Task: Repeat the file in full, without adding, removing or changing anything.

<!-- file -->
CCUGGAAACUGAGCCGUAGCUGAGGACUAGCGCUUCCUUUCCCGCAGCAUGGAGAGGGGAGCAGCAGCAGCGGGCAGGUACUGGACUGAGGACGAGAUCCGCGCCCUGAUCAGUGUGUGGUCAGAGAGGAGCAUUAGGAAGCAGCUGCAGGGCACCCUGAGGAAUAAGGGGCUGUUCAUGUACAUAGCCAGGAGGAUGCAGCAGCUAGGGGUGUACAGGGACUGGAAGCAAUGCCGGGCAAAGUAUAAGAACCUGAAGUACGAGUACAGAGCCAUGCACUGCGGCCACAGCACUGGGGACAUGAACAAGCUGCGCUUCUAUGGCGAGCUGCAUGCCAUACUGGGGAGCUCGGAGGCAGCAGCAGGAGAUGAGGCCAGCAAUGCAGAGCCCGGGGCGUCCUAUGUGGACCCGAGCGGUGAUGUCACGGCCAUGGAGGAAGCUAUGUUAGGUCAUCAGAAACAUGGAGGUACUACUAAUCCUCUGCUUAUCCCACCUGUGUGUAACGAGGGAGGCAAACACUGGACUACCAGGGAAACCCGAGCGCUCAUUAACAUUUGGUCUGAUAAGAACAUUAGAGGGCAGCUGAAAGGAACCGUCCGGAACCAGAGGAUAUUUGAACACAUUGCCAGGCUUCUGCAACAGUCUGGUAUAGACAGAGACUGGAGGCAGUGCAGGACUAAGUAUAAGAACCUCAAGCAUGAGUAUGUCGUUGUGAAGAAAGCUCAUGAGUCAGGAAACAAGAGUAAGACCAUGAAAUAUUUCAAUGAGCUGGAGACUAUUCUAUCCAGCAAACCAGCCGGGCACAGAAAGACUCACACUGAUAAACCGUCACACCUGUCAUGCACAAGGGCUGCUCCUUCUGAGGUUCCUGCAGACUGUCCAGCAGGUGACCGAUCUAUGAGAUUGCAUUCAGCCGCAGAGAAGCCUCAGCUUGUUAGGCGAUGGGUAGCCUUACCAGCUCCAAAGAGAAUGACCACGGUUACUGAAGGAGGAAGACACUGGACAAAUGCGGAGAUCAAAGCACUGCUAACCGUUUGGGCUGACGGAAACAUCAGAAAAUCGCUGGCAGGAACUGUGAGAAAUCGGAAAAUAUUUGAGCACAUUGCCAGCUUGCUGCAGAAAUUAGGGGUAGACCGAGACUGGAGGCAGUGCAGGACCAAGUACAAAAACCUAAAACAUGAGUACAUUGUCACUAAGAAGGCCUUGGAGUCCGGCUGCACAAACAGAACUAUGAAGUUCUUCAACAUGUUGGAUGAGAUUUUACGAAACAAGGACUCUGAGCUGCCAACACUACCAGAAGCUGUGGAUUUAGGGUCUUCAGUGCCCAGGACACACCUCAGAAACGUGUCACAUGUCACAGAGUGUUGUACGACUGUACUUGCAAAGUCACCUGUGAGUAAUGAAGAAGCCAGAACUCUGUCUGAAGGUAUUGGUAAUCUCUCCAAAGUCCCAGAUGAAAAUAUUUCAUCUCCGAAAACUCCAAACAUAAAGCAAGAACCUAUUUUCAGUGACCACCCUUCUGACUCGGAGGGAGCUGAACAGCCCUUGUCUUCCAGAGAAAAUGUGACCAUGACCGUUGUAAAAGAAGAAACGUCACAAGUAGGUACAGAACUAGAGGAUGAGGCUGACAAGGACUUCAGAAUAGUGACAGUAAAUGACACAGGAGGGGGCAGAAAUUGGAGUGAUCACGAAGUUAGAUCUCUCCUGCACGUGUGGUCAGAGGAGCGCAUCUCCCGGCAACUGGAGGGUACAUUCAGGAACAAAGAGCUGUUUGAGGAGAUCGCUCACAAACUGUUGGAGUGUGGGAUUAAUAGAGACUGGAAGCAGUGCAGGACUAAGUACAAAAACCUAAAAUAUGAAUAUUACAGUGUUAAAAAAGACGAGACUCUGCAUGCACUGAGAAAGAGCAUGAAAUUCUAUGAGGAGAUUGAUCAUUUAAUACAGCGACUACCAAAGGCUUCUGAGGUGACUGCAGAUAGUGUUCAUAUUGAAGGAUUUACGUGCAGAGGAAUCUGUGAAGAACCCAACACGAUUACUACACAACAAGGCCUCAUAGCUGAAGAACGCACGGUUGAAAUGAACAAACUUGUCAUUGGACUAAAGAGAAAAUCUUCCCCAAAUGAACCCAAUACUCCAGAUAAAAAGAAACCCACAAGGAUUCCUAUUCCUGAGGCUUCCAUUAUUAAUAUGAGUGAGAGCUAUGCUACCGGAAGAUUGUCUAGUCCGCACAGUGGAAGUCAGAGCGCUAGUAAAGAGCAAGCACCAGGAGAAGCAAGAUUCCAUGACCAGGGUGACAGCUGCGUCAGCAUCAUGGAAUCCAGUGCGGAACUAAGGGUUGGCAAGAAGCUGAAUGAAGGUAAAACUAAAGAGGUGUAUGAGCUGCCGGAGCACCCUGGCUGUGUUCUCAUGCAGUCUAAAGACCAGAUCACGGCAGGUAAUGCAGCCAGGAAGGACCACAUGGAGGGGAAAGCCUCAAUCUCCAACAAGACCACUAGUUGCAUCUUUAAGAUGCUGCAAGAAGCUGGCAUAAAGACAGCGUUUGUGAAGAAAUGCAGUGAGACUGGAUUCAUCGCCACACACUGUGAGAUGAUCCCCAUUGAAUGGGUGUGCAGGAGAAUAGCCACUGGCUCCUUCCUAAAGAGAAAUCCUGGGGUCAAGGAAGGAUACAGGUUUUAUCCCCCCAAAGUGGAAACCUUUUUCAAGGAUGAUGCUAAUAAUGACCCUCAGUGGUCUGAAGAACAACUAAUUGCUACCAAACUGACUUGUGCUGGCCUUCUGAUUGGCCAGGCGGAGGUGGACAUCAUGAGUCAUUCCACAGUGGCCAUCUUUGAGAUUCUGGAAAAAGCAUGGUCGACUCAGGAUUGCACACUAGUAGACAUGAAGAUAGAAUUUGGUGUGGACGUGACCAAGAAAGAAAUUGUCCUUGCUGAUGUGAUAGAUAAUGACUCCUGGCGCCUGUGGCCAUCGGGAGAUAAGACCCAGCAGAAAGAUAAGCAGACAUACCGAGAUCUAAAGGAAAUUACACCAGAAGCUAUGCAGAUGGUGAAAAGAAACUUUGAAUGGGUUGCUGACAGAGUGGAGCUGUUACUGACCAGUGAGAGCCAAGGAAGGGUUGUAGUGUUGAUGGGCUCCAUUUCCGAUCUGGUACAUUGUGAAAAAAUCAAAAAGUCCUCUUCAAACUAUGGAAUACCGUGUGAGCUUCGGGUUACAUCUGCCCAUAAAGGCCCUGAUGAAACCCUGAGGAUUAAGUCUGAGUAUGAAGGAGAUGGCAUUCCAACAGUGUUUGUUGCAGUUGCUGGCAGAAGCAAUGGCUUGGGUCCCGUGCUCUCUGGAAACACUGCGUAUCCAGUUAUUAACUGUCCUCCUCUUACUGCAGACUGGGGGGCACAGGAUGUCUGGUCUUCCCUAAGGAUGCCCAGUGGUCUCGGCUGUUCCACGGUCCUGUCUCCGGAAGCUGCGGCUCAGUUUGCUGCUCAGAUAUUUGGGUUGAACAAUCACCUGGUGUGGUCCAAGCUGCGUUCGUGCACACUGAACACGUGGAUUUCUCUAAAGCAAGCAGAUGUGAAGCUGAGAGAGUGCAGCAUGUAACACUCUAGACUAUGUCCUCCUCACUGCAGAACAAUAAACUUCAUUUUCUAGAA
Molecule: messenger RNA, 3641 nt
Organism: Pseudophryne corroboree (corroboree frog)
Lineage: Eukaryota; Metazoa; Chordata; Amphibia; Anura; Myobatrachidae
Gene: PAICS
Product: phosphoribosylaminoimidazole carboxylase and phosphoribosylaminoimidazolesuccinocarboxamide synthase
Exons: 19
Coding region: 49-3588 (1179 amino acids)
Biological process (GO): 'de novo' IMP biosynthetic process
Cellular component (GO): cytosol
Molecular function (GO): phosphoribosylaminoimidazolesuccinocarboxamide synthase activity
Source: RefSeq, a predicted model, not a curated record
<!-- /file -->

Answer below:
CCUGGAAACUGAGCCGUAGCUGAGGACUAGCGCUUCCUUUCCCGCAGCAUGGAGAGGGGAGCAGCAGCAGCGGGCAGGUACUGGACUGAGGACGAGAUCCGCGCCCUGAUCAGUGUGUGGUCAGAGAGGAGCAUUAGGAAGCAGCUGCAGGGCACCCUGAGGAAUAAGGGGCUGUUCAUGUACAUAGCCAGGAGGAUGCAGCAGCUAGGGGUGUACAGGGACUGGAAGCAAUGCCGGGCAAAGUAUAAGAACCUGAAGUACGAGUACAGAGCCAUGCACUGCGGCCACAGCACUGGGGACAUGAACAAGCUGCGCUUCUAUGGCGAGCUGCAUGCCAUACUGGGGAGCUCGGAGGCAGCAGCAGGAGAUGAGGCCAGCAAUGCAGAGCCCGGGGCGUCCUAUGUGGACCCGAGCGGUGAUGUCACGGCCAUGGAGGAAGCUAUGUUAGGUCAUCAGAAACAUGGAGGUACUACUAAUCCUCUGCUUAUCCCACCUGUGUGUAACGAGGGAGGCAAACACUGGACUACCAGGGAAACCCGAGCGCUCAUUAACAUUUGGUCUGAUAAGAACAUUAGAGGGCAGCUGAAAGGAACCGUCCGGAACCAGAGGAUAUUUGAACACAUUGCCAGGCUUCUGCAACAGUCUGGUAUAGACAGAGACUGGAGGCAGUGCAGGACUAAGUAUAAGAACCUCAAGCAUGAGUAUGUCGUUGUGAAGAAAGCUCAUGAGUCAGGAAACAAGAGUAAGACCAUGAAAUAUUUCAAUGAGCUGGAGACUAUUCUAUCCAGCAAACCAGCCGGGCACAGAAAGACUCACACUGAUAAACCGUCACACCUGUCAUGCACAAGGGCUGCUCCUUCUGAGGUUCCUGCAGACUGUCCAGCAGGUGACCGAUCUAUGAGAUUGCAUUCAGCCGCAGAGAAGCCUCAGCUUGUUAGGCGAUGGGUAGCCUUACCAGCUCCAAAGAGAAUGACCACGGUUACUGAAGGAGGAAGACACUGGACAAAUGCGGAGAUCAAAGCACUGCUAACCGUUUGGGCUGACGGAAACAUCAGAAAAUCGCUGGCAGGAACUGUGAGAAAUCGGAAAAUAUUUGAGCACAUUGCCAGCUUGCUGCAGAAAUUAGGGGUAGACCGAGACUGGAGGCAGUGCAGGACCAAGUACAAAAACCUAAAACAUGAGUACAUUGUCACUAAGAAGGCCUUGGAGUCCGGCUGCACAAACAGAACUAUGAAGUUCUUCAACAUGUUGGAUGAGAUUUUACGAAACAAGGACUCUGAGCUGCCAACACUACCAGAAGCUGUGGAUUUAGGGUCUUCAGUGCCCAGGACACACCUCAGAAACGUGUCACAUGUCACAGAGUGUUGUACGACUGUACUUGCAAAGUCACCUGUGAGUAAUGAAGAAGCCAGAACUCUGUCUGAAGGUAUUGGUAAUCUCUCCAAAGUCCCAGAUGAAAAUAUUUCAUCUCCGAAAACUCCAAACAUAAAGCAAGAACCUAUUUUCAGUGACCACCCUUCUGACUCGGAGGGAGCUGAACAGCCCUUGUCUUCCAGAGAAAAUGUGACCAUGACCGUUGUAAAAGAAGAAACGUCACAAGUAGGUACAGAACUAGAGGAUGAGGCUGACAAGGACUUCAGAAUAGUGACAGUAAAUGACACAGGAGGGGGCAGAAAUUGGAGUGAUCACGAAGUUAGAUCUCUCCUGCACGUGUGGUCAGAGGAGCGCAUCUCCCGGCAACUGGAGGGUACAUUCAGGAACAAAGAGCUGUUUGAGGAGAUCGCUCACAAACUGUUGGAGUGUGGGAUUAAUAGAGACUGGAAGCAGUGCAGGACUAAGUACAAAAACCUAAAAUAUGAAUAUUACAGUGUUAAAAAAGACGAGACUCUGCAUGCACUGAGAAAGAGCAUGAAAUUCUAUGAGGAGAUUGAUCAUUUAAUACAGCGACUACCAAAGGCUUCUGAGGUGACUGCAGAUAGUGUUCAUAUUGAAGGAUUUACGUGCAGAGGAAUCUGUGAAGAACCCAACACGAUUACUACACAACAAGGCCUCAUAGCUGAAGAACGCACGGUUGAAAUGAACAAACUUGUCAUUGGACUAAAGAGAAAAUCUUCCCCAAAUGAACCCAAUACUCCAGAUAAAAAGAAACCCACAAGGAUUCCUAUUCCUGAGGCUUCCAUUAUUAAUAUGAGUGAGAGCUAUGCUACCGGAAGAUUGUCUAGUCCGCACAGUGGAAGUCAGAGCGCUAGUAAAGAGCAAGCACCAGGAGAAGCAAGAUUCCAUGACCAGGGUGACAGCUGCGUCAGCAUCAUGGAAUCCAGUGCGGAACUAAGGGUUGGCAAGAAGCUGAAUGAAGGUAAAACUAAAGAGGUGUAUGAGCUGCCGGAGCACCCUGGCUGUGUUCUCAUGCAGUCUAAAGACCAGAUCACGGCAGGUAAUGCAGCCAGGAAGGACCACAUGGAGGGGAAAGCCUCAAUCUCCAACAAGACCACUAGUUGCAUCUUUAAGAUGCUGCAAGAAGCUGGCAUAAAGACAGCGUUUGUGAAGAAAUGCAGUGAGACUGGAUUCAUCGCCACACACUGUGAGAUGAUCCCCAUUGAAUGGGUGUGCAGGAGAAUAGCCACUGGCUCCUUCCUAAAGAGAAAUCCUGGGGUCAAGGAAGGAUACAGGUUUUAUCCCCCCAAAGUGGAAACCUUUUUCAAGGAUGAUGCUAAUAAUGACCCUCAGUGGUCUGAAGAACAACUAAUUGCUACCAAACUGACUUGUGCUGGCCUUCUGAUUGGCCAGGCGGAGGUGGACAUCAUGAGUCAUUCCACAGUGGCCAUCUUUGAGAUUCUGGAAAAAGCAUGGUCGACUCAGGAUUGCACACUAGUAGACAUGAAGAUAGAAUUUGGUGUGGACGUGACCAAGAAAGAAAUUGUCCUUGCUGAUGUGAUAGAUAAUGACUCCUGGCGCCUGUGGCCAUCGGGAGAUAAGACCCAGCAGAAAGAUAAGCAGACAUACCGAGAUCUAAAGGAAAUUACACCAGAAGCUAUGCAGAUGGUGAAAAGAAACUUUGAAUGGGUUGCUGACAGAGUGGAGCUGUUACUGACCAGUGAGAGCCAAGGAAGGGUUGUAGUGUUGAUGGGCUCCAUUUCCGAUCUGGUACAUUGUGAAAAAAUCAAAAAGUCCUCUUCAAACUAUGGAAUACCGUGUGAGCUUCGGGUUACAUCUGCCCAUAAAGGCCCUGAUGAAACCCUGAGGAUUAAGUCUGAGUAUGAAGGAGAUGGCAUUCCAACAGUGUUUGUUGCAGUUGCUGGCAGAAGCAAUGGCUUGGGUCCCGUGCUCUCUGGAAACACUGCGUAUCCAGUUAUUAACUGUCCUCCUCUUACUGCAGACUGGGGGGCACAGGAUGUCUGGUCUUCCCUAAGGAUGCCCAGUGGUCUCGGCUGUUCCACGGUCCUGUCUCCGGAAGCUGCGGCUCAGUUUGCUGCUCAGAUAUUUGGGUUGAACAAUCACCUGGUGUGGUCCAAGCUGCGUUCGUGCACACUGAACACGUGGAUUUCUCUAAAGCAAGCAGAUGUGAAGCUGAGAGAGUGCAGCAUGUAACACUCUAGACUAUGUCCUCCUCACUGCAGAACAAUAAACUUCAUUUUCUAGAA
Molecule: messenger RNA, 3641 nt
Organism: Pseudophryne corroboree (corroboree frog)
Lineage: Eukaryota; Metazoa; Chordata; Amphibia; Anura; Myobatrachidae
Gene: PAICS
Product: phosphoribosylaminoimidazole carboxylase and phosphoribosylaminoimidazolesuccinocarboxamide synthase
Exons: 19
Coding region: 49-3588 (1179 amino acids)
Biological process (GO): 'de novo' IMP biosynthetic process
Cellular component (GO): cytosol
Molecular function (GO): phosphoribosylaminoimidazolesuccinocarboxamide synthase activity
Source: RefSeq, a predicted model, not a curated record